The Turkish government’s response to a joint UN letter on systematic, state-sponsored abductions and the forcible return of Turkish nationals was conveyed by the country’s permanent mission to the UN office in Geneva, via a note verbale dated June 11, 2020.
In the response, President Recep Tayyip Erdoğan’s diplomats, who coordinated state-sponsored abductions and systematically spied on government critics, accused the Hizmet/Gülen movement of manipulating the UN with false allegations instead of providing further information about illegal operations.
UN rapporteurs Luciano Hazan, chair-rapporteur of the Working Group on Enforced or Involuntary Disappearances; Felipe González Morales, special rapporteur on the Human Rights of Migrants; Fionnuala Ní Aoláin, special rapporteur on the Promotion and Protection of Human Rights and Fundamental Freedoms While Countering Terrorism; and Nils Melzer, special rapporteur on Torture and Other Cruel, Inhuman or Degrading Treatment or Punishment sent a joint letter to the Turkish government to express their concern about the “systematic practice of state-sponsored extraterritorial abductions and forcible return of Turkish nationals from multiple States to Turkey.”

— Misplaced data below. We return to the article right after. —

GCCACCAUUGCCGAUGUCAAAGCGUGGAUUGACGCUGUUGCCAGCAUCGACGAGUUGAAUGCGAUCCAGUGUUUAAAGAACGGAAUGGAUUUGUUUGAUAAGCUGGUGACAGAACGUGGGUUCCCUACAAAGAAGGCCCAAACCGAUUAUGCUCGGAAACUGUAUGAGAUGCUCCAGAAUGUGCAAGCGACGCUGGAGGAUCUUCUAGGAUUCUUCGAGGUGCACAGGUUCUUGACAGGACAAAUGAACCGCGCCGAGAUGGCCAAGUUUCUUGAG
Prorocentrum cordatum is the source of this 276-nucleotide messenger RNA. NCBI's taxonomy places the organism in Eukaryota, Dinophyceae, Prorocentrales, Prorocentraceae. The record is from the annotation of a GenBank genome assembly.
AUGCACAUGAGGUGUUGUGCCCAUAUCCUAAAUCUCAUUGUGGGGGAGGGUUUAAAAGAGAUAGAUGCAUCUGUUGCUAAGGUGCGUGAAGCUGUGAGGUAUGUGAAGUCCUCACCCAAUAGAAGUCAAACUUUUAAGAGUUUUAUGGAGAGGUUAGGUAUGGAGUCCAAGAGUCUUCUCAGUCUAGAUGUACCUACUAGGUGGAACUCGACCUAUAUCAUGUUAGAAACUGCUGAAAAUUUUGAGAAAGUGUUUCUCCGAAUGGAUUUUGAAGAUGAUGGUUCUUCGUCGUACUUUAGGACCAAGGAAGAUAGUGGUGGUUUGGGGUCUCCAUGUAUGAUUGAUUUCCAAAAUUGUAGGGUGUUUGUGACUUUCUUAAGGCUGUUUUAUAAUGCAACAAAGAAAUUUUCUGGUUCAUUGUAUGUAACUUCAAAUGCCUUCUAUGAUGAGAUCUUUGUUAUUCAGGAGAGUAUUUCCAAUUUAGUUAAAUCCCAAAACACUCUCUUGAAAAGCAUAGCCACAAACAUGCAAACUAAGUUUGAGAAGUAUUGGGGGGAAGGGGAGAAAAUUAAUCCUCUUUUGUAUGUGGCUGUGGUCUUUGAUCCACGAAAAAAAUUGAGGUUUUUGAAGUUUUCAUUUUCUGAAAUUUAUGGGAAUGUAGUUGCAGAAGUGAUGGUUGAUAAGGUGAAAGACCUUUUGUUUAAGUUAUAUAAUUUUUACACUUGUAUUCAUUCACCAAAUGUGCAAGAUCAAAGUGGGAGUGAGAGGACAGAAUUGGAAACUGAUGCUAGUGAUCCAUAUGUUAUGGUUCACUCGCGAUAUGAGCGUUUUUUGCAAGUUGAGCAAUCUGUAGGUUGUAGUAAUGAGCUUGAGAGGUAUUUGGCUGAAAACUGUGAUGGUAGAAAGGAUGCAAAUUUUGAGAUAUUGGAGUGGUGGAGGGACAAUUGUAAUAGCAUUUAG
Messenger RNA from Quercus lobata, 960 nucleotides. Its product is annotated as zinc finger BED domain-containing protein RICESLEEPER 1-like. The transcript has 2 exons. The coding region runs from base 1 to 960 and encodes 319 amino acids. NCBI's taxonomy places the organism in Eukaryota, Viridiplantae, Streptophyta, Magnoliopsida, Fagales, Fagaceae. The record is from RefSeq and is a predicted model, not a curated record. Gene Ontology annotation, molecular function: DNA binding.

Similarly, the UN Working Group on Arbitrary Detention found at its 87th session held between April 27 and May 1, 2020 that the deprivation of liberty due to the Hizmet/Gülen movement links of three individuals was arbitrary, lacked a legal basis and violated the Universal Declaration of Human Rights and the International Covenant on Civil and Political Rights. It further held that those with alleged links to the movement are being targeted on the basis of their political or other opinions, constituting a prohibited discriminatory ground, the Stockholm Center for Freedom (SCF) reported.
Joint UN letter on systematic practice of state-sponsored extraterritorial abductions and forcible return of Turkish nationals from multiple states to Turkey:
In their letter the UN rapporteurs underlined that the Turkish government allegedly signed bilateral security cooperation agreements with multiple states for the expulsion or abduction of Turkish nationals and asked Turkey how those agreements are compatible with the country’s international human rights obligations.